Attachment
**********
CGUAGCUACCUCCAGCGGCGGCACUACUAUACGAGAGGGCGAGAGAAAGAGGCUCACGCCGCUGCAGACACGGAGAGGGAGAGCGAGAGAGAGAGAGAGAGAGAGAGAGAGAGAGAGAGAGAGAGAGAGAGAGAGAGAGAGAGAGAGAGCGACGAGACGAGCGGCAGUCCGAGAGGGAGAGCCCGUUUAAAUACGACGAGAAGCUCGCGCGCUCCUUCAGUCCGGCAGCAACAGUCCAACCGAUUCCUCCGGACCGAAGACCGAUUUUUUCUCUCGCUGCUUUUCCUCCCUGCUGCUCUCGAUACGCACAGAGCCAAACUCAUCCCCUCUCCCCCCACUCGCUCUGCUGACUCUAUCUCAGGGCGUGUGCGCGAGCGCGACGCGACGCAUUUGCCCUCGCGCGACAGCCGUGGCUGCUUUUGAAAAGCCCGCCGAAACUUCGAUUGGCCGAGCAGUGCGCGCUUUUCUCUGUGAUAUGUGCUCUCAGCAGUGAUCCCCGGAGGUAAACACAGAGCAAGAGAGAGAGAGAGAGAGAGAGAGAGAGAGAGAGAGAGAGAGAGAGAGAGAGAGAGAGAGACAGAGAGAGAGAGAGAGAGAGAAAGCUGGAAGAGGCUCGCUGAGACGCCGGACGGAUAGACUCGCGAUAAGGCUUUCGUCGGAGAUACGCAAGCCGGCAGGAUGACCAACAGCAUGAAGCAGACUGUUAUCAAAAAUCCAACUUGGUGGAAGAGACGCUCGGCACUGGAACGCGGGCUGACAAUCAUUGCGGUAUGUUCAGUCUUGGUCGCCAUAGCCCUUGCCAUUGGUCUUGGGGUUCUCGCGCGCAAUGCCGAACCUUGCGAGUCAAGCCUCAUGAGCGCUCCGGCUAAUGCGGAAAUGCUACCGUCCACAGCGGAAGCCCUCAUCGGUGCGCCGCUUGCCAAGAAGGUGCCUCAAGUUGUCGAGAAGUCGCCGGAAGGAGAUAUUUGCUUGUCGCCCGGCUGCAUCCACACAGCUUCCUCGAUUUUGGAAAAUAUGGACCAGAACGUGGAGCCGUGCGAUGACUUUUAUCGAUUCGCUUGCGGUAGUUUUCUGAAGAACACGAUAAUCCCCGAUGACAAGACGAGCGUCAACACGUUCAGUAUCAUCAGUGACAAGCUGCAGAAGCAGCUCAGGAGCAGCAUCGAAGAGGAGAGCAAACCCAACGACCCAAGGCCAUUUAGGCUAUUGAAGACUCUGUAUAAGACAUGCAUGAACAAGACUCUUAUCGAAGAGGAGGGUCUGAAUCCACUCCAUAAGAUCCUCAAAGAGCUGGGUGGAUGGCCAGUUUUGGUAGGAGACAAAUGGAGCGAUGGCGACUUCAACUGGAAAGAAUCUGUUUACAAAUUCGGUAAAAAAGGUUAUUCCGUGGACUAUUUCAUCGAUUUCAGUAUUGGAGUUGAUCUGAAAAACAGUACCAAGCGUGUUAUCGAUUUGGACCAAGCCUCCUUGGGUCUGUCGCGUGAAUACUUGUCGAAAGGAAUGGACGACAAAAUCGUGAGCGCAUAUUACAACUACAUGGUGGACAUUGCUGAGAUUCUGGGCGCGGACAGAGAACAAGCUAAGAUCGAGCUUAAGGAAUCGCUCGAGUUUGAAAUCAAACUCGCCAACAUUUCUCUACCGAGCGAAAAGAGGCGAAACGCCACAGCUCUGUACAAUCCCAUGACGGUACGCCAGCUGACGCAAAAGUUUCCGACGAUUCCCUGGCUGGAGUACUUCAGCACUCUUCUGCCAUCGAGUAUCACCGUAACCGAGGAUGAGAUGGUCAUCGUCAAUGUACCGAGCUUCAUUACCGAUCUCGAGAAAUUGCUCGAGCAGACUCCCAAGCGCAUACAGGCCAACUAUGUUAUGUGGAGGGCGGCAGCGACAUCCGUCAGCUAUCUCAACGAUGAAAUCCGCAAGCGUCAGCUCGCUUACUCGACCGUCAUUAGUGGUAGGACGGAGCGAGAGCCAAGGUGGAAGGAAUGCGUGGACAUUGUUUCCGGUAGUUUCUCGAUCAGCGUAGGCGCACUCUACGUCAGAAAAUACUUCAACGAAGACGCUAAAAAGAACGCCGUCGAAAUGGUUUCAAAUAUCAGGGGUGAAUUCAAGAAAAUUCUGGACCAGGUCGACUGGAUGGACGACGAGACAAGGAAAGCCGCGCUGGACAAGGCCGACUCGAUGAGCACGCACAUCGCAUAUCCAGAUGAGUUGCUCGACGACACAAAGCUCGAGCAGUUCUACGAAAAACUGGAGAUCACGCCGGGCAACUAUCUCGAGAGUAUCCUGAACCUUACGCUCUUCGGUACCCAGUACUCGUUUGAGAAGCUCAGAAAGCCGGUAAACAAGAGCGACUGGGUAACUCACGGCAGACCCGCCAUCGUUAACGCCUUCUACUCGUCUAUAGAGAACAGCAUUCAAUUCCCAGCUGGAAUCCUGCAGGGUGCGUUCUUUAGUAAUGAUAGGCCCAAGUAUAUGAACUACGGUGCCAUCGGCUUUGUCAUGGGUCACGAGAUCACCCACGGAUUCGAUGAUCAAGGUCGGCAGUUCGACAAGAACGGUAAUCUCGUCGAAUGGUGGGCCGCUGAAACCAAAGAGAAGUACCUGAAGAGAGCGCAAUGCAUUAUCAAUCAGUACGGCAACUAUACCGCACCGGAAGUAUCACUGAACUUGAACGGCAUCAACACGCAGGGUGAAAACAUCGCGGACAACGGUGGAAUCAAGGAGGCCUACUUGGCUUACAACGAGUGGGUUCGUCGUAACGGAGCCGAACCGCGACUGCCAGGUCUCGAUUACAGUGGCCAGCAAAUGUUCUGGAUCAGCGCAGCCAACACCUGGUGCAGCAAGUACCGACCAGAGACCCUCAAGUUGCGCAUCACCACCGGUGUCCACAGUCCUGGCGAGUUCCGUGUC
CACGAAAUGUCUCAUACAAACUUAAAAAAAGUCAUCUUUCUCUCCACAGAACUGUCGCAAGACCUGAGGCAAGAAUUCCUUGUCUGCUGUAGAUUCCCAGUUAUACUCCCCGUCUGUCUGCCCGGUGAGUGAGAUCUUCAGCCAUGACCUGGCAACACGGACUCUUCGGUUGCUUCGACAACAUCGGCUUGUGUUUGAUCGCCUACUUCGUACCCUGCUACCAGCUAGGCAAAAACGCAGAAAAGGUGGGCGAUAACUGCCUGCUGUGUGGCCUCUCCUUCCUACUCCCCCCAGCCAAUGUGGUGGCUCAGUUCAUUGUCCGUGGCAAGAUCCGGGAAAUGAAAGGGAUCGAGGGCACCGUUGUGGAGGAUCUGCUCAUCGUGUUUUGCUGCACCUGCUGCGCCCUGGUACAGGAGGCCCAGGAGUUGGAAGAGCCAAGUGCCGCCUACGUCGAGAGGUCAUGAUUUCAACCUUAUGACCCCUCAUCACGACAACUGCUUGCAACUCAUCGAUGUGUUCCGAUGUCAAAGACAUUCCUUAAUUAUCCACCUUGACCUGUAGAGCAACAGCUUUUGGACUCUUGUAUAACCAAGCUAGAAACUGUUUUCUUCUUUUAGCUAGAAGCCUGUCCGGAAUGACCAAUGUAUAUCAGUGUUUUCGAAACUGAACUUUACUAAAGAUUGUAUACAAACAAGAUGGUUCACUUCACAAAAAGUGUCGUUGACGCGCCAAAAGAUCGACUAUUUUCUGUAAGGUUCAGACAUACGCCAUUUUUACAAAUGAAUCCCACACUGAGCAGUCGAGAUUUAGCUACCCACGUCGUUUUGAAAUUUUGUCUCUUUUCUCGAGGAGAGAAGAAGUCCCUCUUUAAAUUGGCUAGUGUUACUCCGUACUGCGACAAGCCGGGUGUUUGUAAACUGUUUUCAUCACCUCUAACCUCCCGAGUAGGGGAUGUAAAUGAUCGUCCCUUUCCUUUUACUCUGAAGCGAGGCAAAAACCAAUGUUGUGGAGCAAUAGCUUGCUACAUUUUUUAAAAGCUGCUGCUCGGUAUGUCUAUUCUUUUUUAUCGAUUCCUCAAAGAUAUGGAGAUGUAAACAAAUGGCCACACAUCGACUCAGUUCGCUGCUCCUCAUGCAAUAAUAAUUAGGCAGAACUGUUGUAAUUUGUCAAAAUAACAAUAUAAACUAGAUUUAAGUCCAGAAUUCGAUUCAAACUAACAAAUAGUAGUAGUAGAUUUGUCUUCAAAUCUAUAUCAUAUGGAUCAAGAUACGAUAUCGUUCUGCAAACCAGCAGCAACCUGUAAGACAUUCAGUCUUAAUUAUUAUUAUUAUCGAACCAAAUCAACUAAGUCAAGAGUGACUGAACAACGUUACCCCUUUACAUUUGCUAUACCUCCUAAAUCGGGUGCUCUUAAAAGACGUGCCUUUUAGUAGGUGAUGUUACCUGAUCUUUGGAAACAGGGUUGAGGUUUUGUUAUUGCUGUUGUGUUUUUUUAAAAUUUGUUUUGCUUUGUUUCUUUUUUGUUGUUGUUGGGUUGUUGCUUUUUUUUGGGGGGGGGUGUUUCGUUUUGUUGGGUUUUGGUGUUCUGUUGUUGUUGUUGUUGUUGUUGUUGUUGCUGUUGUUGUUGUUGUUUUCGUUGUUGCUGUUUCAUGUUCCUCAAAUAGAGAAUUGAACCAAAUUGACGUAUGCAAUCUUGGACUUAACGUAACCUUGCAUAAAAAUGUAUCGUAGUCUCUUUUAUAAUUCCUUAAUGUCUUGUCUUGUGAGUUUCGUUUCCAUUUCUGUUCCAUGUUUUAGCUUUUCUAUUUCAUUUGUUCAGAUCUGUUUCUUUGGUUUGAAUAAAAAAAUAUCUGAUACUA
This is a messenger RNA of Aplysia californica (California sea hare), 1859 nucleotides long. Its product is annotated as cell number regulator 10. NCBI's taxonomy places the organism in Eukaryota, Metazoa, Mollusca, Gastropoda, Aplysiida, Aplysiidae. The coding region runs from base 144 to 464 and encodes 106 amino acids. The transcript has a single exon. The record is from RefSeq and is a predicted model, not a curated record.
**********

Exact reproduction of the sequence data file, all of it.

CGUAGCUACCUCCAGCGGCGGCACUACUAUACGAGAGGGCGAGAGAAAGAGGCUCACGCCGCUGCAGACACGGAGAGGGAGAGCGAGAGAGAGAGAGAGAGAGAGAGAGAGAGAGAGAGAGAGAGAGAGAGAGAGAGAGAGAGAGAGAGCGACGAGACGAGCGGCAGUCCGAGAGGGAGAGCCCGUUUAAAUACGACGAGAAGCUCGCGCGCUCCUUCAGUCCGGCAGCAACAGUCCAACCGAUUCCUCCGGACCGAAGACCGAUUUUUUCUCUCGCUGCUUUUCCUCCCUGCUGCUCUCGAUACGCACAGAGCCAAACUCAUCCCCUCUCCCCCCACUCGCUCUGCUGACUCUAUCUCAGGGCGUGUGCGCGAGCGCGACGCGACGCAUUUGCCCUCGCGCGACAGCCGUGGCUGCUUUUGAAAAGCCCGCCGAAACUUCGAUUGGCCGAGCAGUGCGCGCUUUUCUCUGUGAUAUGUGCUCUCAGCAGUGAUCCCCGGAGGUAAACACAGAGCAAGAGAGAGAGAGAGAGAGAGAGAGAGAGAGAGAGAGAGAGAGAGAGAGAGAGAGAGAGAGACAGAGAGAGAGAGAGAGAGAGAAAGCUGGAAGAGGCUCGCUGAGACGCCGGACGGAUAGACUCGCGAUAAGGCUUUCGUCGGAGAUACGCAAGCCGGCAGGAUGACCAACAGCAUGAAGCAGACUGUUAUCAAAAAUCCAACUUGGUGGAAGAGACGCUCGGCACUGGAACGCGGGCUGACAAUCAUUGCGGUAUGUUCAGUCUUGGUCGCCAUAGCCCUUGCCAUUGGUCUUGGGGUUCUCGCGCGCAAUGCCGAACCUUGCGAGUCAAGCCUCAUGAGCGCUCCGGCUAAUGCGGAAAUGCUACCGUCCACAGCGGAAGCCCUCAUCGGUGCGCCGCUUGCCAAGAAGGUGCCUCAAGUUGUCGAGAAGUCGCCGGAAGGAGAUAUUUGCUUGUCGCCCGGCUGCAUCCACACAGCUUCCUCGAUUUUGGAAAAUAUGGACCAGAACGUGGAGCCGUGCGAUGACUUUUAUCGAUUCGCUUGCGGUAGUUUUCUGAAGAACACGAUAAUCCCCGAUGACAAGACGAGCGUCAACACGUUCAGUAUCAUCAGUGACAAGCUGCAGAAGCAGCUCAGGAGCAGCAUCGAAGAGGAGAGCAAACCCAACGACCCAAGGCCAUUUAGGCUAUUGAAGACUCUGUAUAAGACAUGCAUGAACAAGACUCUUAUCGAAGAGGAGGGUCUGAAUCCACUCCAUAAGAUCCUCAAAGAGCUGGGUGGAUGGCCAGUUUUGGUAGGAGACAAAUGGAGCGAUGGCGACUUCAACUGGAAAGAAUCUGUUUACAAAUUCGGUAAAAAAGGUUAUUCCGUGGACUAUUUCAUCGAUUUCAGUAUUGGAGUUGAUCUGAAAAACAGUACCAAGCGUGUUAUCGAUUUGGACCAAGCCUCCUUGGGUCUGUCGCGUGAAUACUUGUCGAAAGGAAUGGACGACAAAAUCGUGAGCGCAUAUUACAACUACAUGGUGGACAUUGCUGAGAUUCUGGGCGCGGACAGAGAACAAGCUAAGAUCGAGCUUAAGGAAUCGCUCGAGUUUGAAAUCAAACUCGCCAACAUUUCUCUACCGAGCGAAAAGAGGCGAAACGCCACAGCUCUGUACAAUCCCAUGACGGUACGCCAGCUGACGCAAAAGUUUCCGACGAUUCCCUGGCUGGAGUACUUCAGCACUCUUCUGCCAUCGAGUAUCACCGUAACCGAGGAUGAGAUGGUCAUCGUCAAUGUACCGAGCUUCAUUACCGAUCUCGAGAAAUUGCUCGAGCAGACUCCCAAGCGCAUACAGGCCAACUAUGUUAUGUGGAGGGCGGCAGCGACAUCCGUCAGCUAUCUCAACGAUGAAAUCCGCAAGCGUCAGCUCGCUUACUCGACCGUCAUUAGUGGUAGGACGGAGCGAGAGCCAAGGUGGAAGGAAUGCGUGGACAUUGUUUCCGGUAGUUUCUCGAUCAGCGUAGGCGCACUCUACGUCAGAAAAUACUUCAACGAAGACGCUAAAAAGAACGCCGUCGAAAUGGUUUCAAAUAUCAGGGGUGAAUUCAAGAAAAUUCUGGACCAGGUCGACUGGAUGGACGACGAGACAAGGAAAGCCGCGCUGGACAAGGCCGACUCGAUGAGCACGCACAUCGCAUAUCCAGAUGAGUUGCUCGACGACACAAAGCUCGAGCAGUUCUACGAAAAACUGGAGAUCACGCCGGGCAACUAUCUCGAGAGUAUCCUGAACCUUACGCUCUUCGGUACCCAGUACUCGUUUGAGAAGCUCAGAAAGCCGGUAAACAAGAGCGACUGGGUAACUCACGGCAGACCCGCCAUCGUUAACGCCUUCUACUCGUCUAUAGAGAACAGCAUUCAAUUCCCAGCUGGAAUCCUGCAGGGUGCGUUCUUUAGUAAUGAUAGGCCCAAGUAUAUGAACUACGGUGCCAUCGGCUUUGUCAUGGGUCACGAGAUCACCCACGGAUUCGAUGAUCAAGGUCGGCAGUUCGACAAGAACGGUAAUCUCGUCGAAUGGUGGGCCGCUGAAACCAAAGAGAAGUACCUGAAGAGAGCGCAAUGCAUUAUCAAUCAGUACGGCAACUAUACCGCACCGGAAGUAUCACUGAACUUGAACGGCAUCAACACGCAGGGUGAAAACAUCGCGGACAACGGUGGAAUCAAGGAGGCCUACUUGGCUUACAACGAGUGGGUUCGUCGUAACGGAGCCGAACCGCGACUGCCAGGUCUCGAUUACAGUGGCCAGCAAAUGUUCUGGAUCAGCGCAGCCAACACCUGGUGCAGCAAGUACCGACCAGAGACCCUCAAGUUGCGCAUCACCACCGGUGUCCACAGUCCUGGCGAGUUCCGUGUC
CACGAAAUGUCUCAUACAAACUUAAAAAAAGUCAUCUUUCUCUCCACAGAACUGUCGCAAGACCUGAGGCAAGAAUUCCUUGUCUGCUGUAGAUUCCCAGUUAUACUCCCCGUCUGUCUGCCCGGUGAGUGAGAUCUUCAGCCAUGACCUGGCAACACGGACUCUUCGGUUGCUUCGACAACAUCGGCUUGUGUUUGAUCGCCUACUUCGUACCCUGCUACCAGCUAGGCAAAAACGCAGAAAAGGUGGGCGAUAACUGCCUGCUGUGUGGCCUCUCCUUCCUACUCCCCCCAGCCAAUGUGGUGGCUCAGUUCAUUGUCCGUGGCAAGAUCCGGGAAAUGAAAGGGAUCGAGGGCACCGUUGUGGAGGAUCUGCUCAUCGUGUUUUGCUGCACCUGCUGCGCCCUGGUACAGGAGGCCCAGGAGUUGGAAGAGCCAAGUGCCGCCUACGUCGAGAGGUCAUGAUUUCAACCUUAUGACCCCUCAUCACGACAACUGCUUGCAACUCAUCGAUGUGUUCCGAUGUCAAAGACAUUCCUUAAUUAUCCACCUUGACCUGUAGAGCAACAGCUUUUGGACUCUUGUAUAACCAAGCUAGAAACUGUUUUCUUCUUUUAGCUAGAAGCCUGUCCGGAAUGACCAAUGUAUAUCAGUGUUUUCGAAACUGAACUUUACUAAAGAUUGUAUACAAACAAGAUGGUUCACUUCACAAAAAGUGUCGUUGACGCGCCAAAAGAUCGACUAUUUUCUGUAAGGUUCAGACAUACGCCAUUUUUACAAAUGAAUCCCACACUGAGCAGUCGAGAUUUAGCUACCCACGUCGUUUUGAAAUUUUGUCUCUUUUCUCGAGGAGAGAAGAAGUCCCUCUUUAAAUUGGCUAGUGUUACUCCGUACUGCGACAAGCCGGGUGUUUGUAAACUGUUUUCAUCACCUCUAACCUCCCGAGUAGGGGAUGUAAAUGAUCGUCCCUUUCCUUUUACUCUGAAGCGAGGCAAAAACCAAUGUUGUGGAGCAAUAGCUUGCUACAUUUUUUAAAAGCUGCUGCUCGGUAUGUCUAUUCUUUUUUAUCGAUUCCUCAAAGAUAUGGAGAUGUAAACAAAUGGCCACACAUCGACUCAGUUCGCUGCUCCUCAUGCAAUAAUAAUUAGGCAGAACUGUUGUAAUUUGUCAAAAUAACAAUAUAAACUAGAUUUAAGUCCAGAAUUCGAUUCAAACUAACAAAUAGUAGUAGUAGAUUUGUCUUCAAAUCUAUAUCAUAUGGAUCAAGAUACGAUAUCGUUCUGCAAACCAGCAGCAACCUGUAAGACAUUCAGUCUUAAUUAUUAUUAUUAUCGAACCAAAUCAACUAAGUCAAGAGUGACUGAACAACGUUACCCCUUUACAUUUGCUAUACCUCCUAAAUCGGGUGCUCUUAAAAGACGUGCCUUUUAGUAGGUGAUGUUACCUGAUCUUUGGAAACAGGGUUGAGGUUUUGUUAUUGCUGUUGUGUUUUUUUAAAAUUUGUUUUGCUUUGUUUCUUUUUUGUUGUUGUUGGGUUGUUGCUUUUUUUUGGGGGGGGGUGUUUCGUUUUGUUGGGUUUUGGUGUUCUGUUGUUGUUGUUGUUGUUGUUGUUGUUGCUGUUGUUGUUGUUGUUUUCGUUGUUGCUGUUUCAUGUUCCUCAAAUAGAGAAUUGAACCAAAUUGACGUAUGCAAUCUUGGACUUAACGUAACCUUGCAUAAAAAUGUAUCGUAGUCUCUUUUAUAAUUCCUUAAUGUCUUGUCUUGUGAGUUUCGUUUCCAUUUCUGUUCCAUGUUUUAGCUUUUCUAUUUCAUUUGUUCAGAUCUGUUUCUUUGGUUUGAAUAAAAAAAUAUCUGAUACUA
This is a messenger RNA of Aplysia californica (California sea hare), 1859 nucleotides long. Its product is annotated as cell number regulator 10. NCBI's taxonomy places the organism in Eukaryota, Metazoa, Mollusca, Gastropoda, Aplysiida, Aplysiidae. The coding region runs from base 144 to 464 and encodes 106 amino acids. The transcript has a single exon. The record is from RefSeq and is a predicted model, not a curated record.